4

I am looking for options/steps I can take right now to reduce my tax bill for 2011. I am married filing separately ( cannot file jointly, as non resident spouse was working abroad in 2011 and including her worldwide income puts the tax bill through the roof).

Any suggestions, will be highly appreciated. Thanks.

To Chad's point

What I am asking for is any suggestion/ advice so that I can reduce my tax bill for 2011 ( evn though its 2012 already). Its just that I have to file married filing separately for 2011 ( see reason above) and was hoping to reduce my tax bill. I would have filed married filing jointly but cannot (see reason above).

  • 2
    Well there is always the Wesley Snipes route... though its not one I advise. I think your question is too broad as it stands and restricting it enough to be useful to you would likely make it to localized to be helpful to others. – user4127 Mar 5 '12 at 15:41
4

At this point the only option left to influence your total tax bill is an IRA contribution (as long as its deductible). You can contribute to your IRA on the account of the previous tax year until the tax day.

Otherwise you're pretty much locked in, the year ended and you can't change the numbers in any other way. If you itemize - make sure that you take all the possible deductions, remember to write down all your charitable donations, make sure you deduct the state taxes and SDI (if you're in California), and that's about it. If you don't itemize - calculate how much you'd owe had you been itemizing, to make sure you're not missing anything. Any decent tax software (Turbo Tax or H&R Block) would have done it for you already.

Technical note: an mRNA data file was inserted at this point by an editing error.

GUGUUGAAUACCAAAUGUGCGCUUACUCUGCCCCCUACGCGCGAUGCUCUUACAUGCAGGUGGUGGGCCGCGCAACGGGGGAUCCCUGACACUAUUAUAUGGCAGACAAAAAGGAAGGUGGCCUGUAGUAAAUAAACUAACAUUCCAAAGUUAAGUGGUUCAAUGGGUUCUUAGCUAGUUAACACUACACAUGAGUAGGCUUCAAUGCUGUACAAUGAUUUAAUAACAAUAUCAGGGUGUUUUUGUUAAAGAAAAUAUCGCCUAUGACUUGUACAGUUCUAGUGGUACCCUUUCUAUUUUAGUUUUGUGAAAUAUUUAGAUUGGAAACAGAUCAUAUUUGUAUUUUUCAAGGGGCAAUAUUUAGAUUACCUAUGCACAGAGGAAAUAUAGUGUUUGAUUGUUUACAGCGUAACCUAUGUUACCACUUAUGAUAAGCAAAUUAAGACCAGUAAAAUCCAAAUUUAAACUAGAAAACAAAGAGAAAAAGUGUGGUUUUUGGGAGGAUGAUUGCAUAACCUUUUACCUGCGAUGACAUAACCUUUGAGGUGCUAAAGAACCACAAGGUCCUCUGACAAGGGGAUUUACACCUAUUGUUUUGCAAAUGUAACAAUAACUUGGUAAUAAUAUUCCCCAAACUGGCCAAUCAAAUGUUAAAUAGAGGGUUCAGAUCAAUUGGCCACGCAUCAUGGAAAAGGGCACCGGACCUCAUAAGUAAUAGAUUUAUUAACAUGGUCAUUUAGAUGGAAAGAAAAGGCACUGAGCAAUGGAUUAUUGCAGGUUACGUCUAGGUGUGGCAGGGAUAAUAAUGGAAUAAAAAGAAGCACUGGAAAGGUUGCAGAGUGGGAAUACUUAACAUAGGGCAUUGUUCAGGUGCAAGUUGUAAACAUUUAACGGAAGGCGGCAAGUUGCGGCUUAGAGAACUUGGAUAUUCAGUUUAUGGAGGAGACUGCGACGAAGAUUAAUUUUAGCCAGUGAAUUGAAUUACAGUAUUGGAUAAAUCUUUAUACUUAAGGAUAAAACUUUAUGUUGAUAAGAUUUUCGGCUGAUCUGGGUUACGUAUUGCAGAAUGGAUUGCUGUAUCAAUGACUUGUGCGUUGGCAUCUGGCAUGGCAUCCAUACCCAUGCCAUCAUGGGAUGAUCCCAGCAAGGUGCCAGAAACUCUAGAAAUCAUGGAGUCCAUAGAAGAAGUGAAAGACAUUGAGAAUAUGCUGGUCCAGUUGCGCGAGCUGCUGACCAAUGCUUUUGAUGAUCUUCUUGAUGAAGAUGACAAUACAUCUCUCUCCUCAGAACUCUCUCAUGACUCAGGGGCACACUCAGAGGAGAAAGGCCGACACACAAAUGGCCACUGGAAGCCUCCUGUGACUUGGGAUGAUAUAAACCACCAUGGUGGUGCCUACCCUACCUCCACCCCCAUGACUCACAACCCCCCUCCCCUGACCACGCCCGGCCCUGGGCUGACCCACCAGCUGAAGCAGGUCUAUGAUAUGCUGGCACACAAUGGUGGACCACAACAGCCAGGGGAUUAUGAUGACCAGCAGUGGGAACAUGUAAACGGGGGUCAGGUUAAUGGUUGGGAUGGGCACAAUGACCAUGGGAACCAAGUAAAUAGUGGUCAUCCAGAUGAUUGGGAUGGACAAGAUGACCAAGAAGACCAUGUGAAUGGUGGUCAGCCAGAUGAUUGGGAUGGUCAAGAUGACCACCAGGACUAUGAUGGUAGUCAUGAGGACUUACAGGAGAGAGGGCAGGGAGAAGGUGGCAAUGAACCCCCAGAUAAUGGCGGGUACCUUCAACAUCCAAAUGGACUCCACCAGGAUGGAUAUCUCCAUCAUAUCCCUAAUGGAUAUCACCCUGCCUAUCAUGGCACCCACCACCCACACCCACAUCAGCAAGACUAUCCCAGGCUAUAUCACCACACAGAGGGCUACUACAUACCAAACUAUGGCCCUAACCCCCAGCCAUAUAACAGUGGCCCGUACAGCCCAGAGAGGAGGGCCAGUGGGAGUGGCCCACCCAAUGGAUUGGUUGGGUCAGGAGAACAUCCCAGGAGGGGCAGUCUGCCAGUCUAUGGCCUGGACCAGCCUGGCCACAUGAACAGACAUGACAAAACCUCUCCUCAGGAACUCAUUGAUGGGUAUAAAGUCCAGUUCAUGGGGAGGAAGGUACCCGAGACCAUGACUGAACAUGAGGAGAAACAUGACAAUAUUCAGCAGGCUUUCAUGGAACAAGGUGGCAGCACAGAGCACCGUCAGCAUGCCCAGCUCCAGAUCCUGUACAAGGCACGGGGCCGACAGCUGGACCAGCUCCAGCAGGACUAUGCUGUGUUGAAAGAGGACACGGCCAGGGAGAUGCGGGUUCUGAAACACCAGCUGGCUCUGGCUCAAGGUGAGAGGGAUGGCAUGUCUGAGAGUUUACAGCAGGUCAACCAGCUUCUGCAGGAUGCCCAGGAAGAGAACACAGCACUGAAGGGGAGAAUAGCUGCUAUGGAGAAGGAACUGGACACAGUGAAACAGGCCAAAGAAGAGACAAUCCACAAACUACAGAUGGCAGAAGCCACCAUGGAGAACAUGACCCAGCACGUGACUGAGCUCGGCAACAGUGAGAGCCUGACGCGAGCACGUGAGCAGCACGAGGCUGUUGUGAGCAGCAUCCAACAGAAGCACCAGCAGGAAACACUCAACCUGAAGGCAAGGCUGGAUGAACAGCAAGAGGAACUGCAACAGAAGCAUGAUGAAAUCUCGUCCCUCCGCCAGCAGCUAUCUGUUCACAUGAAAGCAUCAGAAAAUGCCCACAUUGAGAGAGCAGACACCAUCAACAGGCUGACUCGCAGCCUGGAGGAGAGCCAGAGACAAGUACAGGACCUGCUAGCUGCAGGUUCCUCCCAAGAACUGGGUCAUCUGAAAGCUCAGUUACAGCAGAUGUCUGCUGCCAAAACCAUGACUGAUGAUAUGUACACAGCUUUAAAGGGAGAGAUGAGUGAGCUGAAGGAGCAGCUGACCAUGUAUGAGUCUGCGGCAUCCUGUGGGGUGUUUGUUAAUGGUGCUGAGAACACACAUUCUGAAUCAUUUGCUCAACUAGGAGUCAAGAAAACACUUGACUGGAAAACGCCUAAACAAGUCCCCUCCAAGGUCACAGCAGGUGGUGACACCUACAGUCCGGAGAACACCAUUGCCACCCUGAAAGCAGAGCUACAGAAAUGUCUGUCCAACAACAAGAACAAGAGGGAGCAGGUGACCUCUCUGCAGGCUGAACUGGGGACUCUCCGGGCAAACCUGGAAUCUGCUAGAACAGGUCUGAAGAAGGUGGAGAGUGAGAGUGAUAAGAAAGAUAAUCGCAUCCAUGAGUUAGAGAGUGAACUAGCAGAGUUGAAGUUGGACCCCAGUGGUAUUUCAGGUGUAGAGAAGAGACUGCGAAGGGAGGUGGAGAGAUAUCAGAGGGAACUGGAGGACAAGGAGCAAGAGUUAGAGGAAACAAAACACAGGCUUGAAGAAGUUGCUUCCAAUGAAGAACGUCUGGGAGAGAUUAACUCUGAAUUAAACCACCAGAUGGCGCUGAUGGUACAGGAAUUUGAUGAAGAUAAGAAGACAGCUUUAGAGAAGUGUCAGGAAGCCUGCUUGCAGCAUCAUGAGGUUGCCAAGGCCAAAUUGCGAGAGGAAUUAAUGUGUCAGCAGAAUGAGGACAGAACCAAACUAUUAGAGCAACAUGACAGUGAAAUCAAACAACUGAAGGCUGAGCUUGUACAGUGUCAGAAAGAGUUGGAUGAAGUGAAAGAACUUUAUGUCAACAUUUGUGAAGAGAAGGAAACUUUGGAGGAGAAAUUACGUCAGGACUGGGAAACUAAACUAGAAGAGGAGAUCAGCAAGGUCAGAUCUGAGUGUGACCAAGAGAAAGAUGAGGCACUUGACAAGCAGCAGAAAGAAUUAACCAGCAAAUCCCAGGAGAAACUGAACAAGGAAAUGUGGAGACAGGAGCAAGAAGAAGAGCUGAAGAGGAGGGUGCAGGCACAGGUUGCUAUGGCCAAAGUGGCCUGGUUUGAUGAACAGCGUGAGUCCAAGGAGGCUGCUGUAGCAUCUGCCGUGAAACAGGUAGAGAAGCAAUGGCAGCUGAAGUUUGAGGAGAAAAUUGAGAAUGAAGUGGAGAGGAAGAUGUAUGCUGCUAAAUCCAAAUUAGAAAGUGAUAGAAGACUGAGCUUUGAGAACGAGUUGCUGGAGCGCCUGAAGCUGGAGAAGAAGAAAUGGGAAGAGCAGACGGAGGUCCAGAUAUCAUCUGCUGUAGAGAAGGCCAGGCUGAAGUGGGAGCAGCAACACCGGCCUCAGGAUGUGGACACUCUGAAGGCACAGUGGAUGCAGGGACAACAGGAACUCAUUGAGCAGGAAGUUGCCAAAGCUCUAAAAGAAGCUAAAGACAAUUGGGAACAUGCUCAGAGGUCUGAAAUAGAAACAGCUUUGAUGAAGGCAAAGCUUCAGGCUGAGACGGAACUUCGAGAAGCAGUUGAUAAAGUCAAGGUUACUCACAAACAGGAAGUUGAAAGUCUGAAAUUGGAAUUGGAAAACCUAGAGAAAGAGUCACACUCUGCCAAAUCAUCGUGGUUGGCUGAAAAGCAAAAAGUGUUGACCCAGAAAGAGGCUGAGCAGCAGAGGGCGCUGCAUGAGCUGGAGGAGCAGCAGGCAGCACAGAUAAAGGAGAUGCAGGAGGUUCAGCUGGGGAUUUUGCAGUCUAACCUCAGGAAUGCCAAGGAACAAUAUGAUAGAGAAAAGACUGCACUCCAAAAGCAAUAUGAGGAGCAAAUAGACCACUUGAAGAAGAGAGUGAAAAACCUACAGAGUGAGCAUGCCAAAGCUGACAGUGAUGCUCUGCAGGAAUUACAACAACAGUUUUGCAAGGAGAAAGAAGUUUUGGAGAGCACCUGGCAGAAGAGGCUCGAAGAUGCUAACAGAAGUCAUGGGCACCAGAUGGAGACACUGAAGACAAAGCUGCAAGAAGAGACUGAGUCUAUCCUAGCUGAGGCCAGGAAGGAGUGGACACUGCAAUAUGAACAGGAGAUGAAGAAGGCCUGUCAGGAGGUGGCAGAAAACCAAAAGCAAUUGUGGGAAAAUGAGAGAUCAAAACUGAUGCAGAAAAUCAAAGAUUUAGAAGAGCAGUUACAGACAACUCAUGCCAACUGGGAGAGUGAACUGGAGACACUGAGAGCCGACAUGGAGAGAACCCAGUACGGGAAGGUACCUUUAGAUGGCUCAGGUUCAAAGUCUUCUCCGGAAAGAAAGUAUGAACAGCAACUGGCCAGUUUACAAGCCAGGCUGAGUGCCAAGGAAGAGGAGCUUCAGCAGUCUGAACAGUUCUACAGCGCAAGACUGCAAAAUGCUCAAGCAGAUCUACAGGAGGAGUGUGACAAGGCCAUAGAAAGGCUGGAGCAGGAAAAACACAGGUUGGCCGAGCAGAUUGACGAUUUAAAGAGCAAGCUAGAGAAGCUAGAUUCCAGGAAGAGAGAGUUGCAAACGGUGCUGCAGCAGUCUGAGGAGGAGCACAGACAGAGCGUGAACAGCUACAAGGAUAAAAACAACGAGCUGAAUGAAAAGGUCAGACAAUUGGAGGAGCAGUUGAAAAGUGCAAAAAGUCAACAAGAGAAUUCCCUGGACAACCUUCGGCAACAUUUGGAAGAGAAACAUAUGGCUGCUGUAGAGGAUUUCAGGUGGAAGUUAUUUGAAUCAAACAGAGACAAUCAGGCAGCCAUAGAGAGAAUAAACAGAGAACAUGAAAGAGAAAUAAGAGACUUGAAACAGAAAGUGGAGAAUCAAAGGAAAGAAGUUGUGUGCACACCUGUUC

There are no miracles.

  • I explored the IRA option, but any contributions I make for 2011 are not deductible. Yes, I am going to itemize my Fed returns for 2011. I will deduct state taxes, vehicle license fee and CA SDI. Thanks for your answer. – Ankur Agarwal Mar 5 '12 at 7:51
9

Charitable donations can, at the organization's prerogative, be applied to the previous calendar year. If you are close the organization, they have the ability to do this, but you should be asking yourself if you really need the deduction for 2011, or simply overall.

On a grander scale, you should remember that reducing your taxes by undertaking a financial activity should only be a marginal concern.

Imagine, for example, that your marginal tax rate is 28%, and for purposes of this example does not change. If, for example, you had a home equity line of credit, you could simply choose to pay more or less interest (by holding a larger balance, of say $2000 at 5% interest for a year), and that would have an effect on your taxes. If you chose to pay $100 more in interest, you would in fact, reduce your taxes by $28. If that $100 in interest lets you do something that is important (maybe invest it, use it, whatever), than by all means, you should take the $28 in tax savings, thereby lowering your cost of using that money.

But, why would you pay a bank $100 just in order to avoid paying the federal government $28?

Any deduction, when your marginal tax rate is less than 100% will necessarily cost you more than the savings. (Tax credits are 100%, and so would be different).

The point is not that you shouldn't be looking for tax advantages, but rather that a tax advantage should never be the sole cause of an action. Funding your IRA has a tax benefit. By all means, you should do it - but do it for the retirement reason, not the tax reason. Going to college has a tax benefit. By all means, you should do it - but do it for the education, not the tax benefit. And, holding a mortgage on a private residence is probably the cheapest use of capital you will have access to - but again, do it because you want the house, not the tax benefit. The tax benefit is there should be a reward for activity the government wants to encourage, but should never be the sole reason for doing it.

If you're doing an activity already, and need to worry about timing, that can often be worked out. But remember that over time, it all comes out in the wash. Choose the deductions you are already doing, and you'll be maximizing your money altogether.

Your Answer

By clicking “Post Your Answer”, you agree to our terms of service, privacy policy and cookie policy

Not the answer you're looking for? Browse other questions tagged or ask your own question.